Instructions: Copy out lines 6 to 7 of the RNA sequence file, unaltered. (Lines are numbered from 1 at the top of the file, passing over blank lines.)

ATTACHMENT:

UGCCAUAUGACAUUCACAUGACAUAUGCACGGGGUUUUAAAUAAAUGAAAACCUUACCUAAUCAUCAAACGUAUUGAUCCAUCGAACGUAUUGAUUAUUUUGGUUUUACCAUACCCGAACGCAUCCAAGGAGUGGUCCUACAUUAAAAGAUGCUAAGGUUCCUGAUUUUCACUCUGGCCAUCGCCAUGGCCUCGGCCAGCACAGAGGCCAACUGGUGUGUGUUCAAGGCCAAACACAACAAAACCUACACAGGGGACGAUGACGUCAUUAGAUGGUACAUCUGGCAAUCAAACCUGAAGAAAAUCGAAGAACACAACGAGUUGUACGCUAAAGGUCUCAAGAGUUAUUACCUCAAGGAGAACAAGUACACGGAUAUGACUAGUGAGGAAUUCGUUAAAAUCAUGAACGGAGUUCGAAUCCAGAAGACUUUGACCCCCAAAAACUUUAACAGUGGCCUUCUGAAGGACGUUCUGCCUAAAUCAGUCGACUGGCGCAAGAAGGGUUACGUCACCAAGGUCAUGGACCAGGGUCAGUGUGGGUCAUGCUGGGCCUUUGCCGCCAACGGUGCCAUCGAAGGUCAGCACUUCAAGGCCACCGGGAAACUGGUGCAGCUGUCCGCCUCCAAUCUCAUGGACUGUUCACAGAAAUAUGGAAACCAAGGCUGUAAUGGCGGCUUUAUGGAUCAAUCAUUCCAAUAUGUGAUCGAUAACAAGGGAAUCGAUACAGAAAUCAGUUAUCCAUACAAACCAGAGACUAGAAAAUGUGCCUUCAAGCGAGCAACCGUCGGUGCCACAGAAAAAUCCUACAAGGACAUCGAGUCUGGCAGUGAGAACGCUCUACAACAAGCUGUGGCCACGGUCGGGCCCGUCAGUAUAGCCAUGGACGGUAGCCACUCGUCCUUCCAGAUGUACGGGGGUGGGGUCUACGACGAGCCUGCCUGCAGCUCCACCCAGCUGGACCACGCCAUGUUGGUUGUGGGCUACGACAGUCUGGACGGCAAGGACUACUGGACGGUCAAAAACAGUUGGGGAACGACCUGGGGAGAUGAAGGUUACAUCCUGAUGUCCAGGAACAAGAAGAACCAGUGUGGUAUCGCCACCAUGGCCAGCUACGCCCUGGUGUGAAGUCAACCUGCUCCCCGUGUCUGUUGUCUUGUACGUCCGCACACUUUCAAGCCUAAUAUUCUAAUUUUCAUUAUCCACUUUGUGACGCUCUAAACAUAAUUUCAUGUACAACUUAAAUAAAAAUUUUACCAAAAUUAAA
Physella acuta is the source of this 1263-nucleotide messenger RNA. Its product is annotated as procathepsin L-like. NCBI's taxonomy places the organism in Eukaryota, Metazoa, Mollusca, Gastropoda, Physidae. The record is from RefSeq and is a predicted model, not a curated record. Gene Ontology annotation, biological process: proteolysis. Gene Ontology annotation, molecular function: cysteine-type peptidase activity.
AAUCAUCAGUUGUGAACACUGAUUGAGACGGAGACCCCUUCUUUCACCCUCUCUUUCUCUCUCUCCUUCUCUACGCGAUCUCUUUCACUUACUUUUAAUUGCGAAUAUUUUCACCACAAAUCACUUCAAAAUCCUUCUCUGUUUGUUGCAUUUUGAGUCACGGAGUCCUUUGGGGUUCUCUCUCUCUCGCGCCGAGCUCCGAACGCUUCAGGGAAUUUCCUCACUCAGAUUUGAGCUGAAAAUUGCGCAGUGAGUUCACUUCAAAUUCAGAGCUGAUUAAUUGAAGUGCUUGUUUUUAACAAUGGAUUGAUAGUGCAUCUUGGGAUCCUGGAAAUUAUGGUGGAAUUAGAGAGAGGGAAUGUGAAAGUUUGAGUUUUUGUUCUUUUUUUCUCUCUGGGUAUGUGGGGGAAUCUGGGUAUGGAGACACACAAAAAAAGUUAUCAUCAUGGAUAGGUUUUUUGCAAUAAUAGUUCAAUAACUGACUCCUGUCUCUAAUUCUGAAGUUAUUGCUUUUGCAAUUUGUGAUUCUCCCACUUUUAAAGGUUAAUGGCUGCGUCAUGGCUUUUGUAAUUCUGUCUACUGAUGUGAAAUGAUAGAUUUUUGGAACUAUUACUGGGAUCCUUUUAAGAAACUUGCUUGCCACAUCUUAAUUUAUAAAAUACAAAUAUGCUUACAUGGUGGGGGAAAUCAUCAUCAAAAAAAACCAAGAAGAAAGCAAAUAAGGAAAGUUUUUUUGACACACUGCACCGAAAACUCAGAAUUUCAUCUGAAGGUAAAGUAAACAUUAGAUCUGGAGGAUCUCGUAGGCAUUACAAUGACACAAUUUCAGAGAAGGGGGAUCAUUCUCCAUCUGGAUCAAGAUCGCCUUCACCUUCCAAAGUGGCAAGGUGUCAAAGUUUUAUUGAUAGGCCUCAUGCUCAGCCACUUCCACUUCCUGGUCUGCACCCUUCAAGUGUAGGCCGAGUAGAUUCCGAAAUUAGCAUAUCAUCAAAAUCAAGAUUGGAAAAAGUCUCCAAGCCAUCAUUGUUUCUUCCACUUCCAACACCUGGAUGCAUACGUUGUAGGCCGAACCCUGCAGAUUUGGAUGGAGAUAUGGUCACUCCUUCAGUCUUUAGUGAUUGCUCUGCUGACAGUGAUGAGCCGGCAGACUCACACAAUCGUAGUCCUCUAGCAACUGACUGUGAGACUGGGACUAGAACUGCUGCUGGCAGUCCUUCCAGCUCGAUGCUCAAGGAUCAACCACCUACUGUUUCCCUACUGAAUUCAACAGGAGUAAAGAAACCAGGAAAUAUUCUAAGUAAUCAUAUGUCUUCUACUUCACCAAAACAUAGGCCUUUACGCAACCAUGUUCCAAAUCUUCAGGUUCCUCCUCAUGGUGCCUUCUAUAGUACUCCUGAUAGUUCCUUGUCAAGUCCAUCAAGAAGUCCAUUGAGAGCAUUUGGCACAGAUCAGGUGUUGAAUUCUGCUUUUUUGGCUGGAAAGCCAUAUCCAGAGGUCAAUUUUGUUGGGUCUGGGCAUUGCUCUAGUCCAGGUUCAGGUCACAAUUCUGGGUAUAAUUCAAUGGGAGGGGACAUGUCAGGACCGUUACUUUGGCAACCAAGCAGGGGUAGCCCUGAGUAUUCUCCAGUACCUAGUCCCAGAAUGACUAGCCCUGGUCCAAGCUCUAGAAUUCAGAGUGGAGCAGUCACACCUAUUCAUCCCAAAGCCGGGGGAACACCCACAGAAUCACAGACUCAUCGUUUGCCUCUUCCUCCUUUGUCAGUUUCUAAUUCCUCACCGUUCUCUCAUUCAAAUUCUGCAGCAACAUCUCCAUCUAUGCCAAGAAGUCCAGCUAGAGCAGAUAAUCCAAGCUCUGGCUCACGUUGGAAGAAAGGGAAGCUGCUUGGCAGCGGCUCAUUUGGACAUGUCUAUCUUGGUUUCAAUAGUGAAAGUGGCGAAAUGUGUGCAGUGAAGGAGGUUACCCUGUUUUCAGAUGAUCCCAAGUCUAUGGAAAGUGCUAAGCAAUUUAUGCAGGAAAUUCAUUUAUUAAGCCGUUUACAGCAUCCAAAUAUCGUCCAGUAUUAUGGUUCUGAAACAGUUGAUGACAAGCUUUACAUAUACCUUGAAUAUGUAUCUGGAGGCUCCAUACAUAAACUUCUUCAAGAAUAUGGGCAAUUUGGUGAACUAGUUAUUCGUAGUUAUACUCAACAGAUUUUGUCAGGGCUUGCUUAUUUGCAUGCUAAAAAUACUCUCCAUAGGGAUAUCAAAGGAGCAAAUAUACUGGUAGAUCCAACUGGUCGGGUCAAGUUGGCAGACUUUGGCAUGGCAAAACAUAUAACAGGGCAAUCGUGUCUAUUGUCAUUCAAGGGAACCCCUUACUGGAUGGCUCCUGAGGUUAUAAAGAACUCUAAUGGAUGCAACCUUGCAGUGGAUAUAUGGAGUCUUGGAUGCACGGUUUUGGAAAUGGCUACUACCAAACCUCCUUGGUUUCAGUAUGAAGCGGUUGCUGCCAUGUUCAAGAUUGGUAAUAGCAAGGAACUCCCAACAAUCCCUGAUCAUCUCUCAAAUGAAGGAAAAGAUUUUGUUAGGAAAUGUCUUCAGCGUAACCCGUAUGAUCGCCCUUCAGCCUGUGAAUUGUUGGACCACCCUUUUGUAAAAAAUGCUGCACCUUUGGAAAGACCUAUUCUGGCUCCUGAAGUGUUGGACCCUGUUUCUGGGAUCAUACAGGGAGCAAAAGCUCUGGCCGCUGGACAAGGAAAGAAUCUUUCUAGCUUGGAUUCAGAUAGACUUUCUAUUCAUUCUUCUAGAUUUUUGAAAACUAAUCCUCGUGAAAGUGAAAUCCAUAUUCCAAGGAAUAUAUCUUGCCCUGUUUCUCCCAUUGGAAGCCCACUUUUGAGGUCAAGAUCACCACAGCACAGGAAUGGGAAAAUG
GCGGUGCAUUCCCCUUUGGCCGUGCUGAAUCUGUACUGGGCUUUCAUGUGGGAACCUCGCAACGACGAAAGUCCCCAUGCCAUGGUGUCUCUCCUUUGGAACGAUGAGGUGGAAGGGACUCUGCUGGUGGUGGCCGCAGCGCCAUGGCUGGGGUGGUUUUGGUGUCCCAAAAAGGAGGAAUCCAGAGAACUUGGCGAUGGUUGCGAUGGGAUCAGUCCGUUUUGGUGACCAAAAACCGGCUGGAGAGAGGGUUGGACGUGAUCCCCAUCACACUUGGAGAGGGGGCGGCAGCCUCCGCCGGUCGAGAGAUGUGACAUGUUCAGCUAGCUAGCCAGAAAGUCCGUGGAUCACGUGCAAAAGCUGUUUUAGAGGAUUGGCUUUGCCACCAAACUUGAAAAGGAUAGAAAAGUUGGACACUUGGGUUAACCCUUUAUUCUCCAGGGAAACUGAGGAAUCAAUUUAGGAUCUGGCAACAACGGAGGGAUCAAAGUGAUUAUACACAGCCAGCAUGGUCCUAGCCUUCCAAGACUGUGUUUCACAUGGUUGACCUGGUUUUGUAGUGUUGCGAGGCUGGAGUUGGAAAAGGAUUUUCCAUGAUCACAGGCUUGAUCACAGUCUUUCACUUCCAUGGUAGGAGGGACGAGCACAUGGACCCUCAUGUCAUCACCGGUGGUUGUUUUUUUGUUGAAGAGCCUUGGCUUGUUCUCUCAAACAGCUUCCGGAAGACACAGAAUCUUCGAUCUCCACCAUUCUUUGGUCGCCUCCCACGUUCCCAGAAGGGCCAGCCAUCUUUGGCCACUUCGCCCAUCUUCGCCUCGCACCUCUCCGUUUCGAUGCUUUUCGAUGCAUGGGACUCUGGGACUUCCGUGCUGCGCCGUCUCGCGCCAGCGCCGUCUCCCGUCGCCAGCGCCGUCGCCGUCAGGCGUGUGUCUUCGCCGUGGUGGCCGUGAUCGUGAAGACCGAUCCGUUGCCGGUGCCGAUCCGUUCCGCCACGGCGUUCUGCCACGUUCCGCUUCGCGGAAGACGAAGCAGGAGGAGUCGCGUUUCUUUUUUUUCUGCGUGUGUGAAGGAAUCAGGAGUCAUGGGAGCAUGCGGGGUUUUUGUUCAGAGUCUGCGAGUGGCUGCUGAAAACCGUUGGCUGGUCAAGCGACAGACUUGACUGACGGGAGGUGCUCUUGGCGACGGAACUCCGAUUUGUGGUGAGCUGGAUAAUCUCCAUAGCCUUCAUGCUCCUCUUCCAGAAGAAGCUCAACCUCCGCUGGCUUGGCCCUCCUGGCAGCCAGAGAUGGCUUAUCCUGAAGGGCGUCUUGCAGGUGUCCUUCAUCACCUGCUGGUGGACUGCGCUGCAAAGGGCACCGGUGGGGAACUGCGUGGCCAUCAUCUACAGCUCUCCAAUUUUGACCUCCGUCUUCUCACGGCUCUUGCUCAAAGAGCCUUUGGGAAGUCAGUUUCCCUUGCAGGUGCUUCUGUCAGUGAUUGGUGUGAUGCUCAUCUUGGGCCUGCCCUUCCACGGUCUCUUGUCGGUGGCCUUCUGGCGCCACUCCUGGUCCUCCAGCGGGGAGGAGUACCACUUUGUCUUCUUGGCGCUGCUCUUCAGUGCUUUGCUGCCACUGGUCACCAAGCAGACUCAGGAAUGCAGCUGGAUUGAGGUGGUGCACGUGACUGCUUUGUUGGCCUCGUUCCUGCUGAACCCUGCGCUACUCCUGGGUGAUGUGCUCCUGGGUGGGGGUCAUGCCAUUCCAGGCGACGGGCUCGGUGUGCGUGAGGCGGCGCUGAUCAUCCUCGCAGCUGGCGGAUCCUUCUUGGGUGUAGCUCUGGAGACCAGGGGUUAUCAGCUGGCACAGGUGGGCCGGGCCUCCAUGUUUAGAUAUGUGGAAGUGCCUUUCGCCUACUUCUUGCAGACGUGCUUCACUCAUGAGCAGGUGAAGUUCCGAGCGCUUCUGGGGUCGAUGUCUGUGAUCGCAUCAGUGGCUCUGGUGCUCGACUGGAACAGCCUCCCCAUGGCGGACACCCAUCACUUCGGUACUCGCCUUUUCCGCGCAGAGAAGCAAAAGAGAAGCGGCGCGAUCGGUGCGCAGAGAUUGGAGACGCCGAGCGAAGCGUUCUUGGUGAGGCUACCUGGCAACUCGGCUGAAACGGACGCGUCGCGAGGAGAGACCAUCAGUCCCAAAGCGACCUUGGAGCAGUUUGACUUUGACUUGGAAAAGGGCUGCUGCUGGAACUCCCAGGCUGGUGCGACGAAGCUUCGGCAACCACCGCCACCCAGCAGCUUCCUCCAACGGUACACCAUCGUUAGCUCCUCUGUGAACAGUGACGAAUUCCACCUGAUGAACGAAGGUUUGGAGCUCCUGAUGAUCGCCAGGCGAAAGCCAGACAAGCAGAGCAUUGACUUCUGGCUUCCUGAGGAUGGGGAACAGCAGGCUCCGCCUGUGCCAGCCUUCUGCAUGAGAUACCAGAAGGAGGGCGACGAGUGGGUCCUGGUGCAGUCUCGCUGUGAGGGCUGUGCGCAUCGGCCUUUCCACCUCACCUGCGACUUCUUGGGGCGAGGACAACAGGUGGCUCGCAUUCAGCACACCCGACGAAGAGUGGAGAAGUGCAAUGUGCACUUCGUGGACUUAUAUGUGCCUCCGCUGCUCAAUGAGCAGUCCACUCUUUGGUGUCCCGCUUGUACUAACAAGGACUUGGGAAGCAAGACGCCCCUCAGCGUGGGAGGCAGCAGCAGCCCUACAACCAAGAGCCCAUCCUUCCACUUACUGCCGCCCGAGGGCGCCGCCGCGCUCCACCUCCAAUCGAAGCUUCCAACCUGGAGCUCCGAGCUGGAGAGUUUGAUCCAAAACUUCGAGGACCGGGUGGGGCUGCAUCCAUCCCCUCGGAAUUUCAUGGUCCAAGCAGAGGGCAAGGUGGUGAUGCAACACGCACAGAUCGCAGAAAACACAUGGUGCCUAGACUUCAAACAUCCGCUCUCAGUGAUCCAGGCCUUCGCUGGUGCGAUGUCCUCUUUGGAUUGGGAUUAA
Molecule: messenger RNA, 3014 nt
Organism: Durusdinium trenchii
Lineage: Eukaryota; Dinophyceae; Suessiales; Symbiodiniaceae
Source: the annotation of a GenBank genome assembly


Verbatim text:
Organism: Durusdinium trenchii
Lineage: Eukaryota; Dinophyceae; Suessiales; Symbiodiniaceae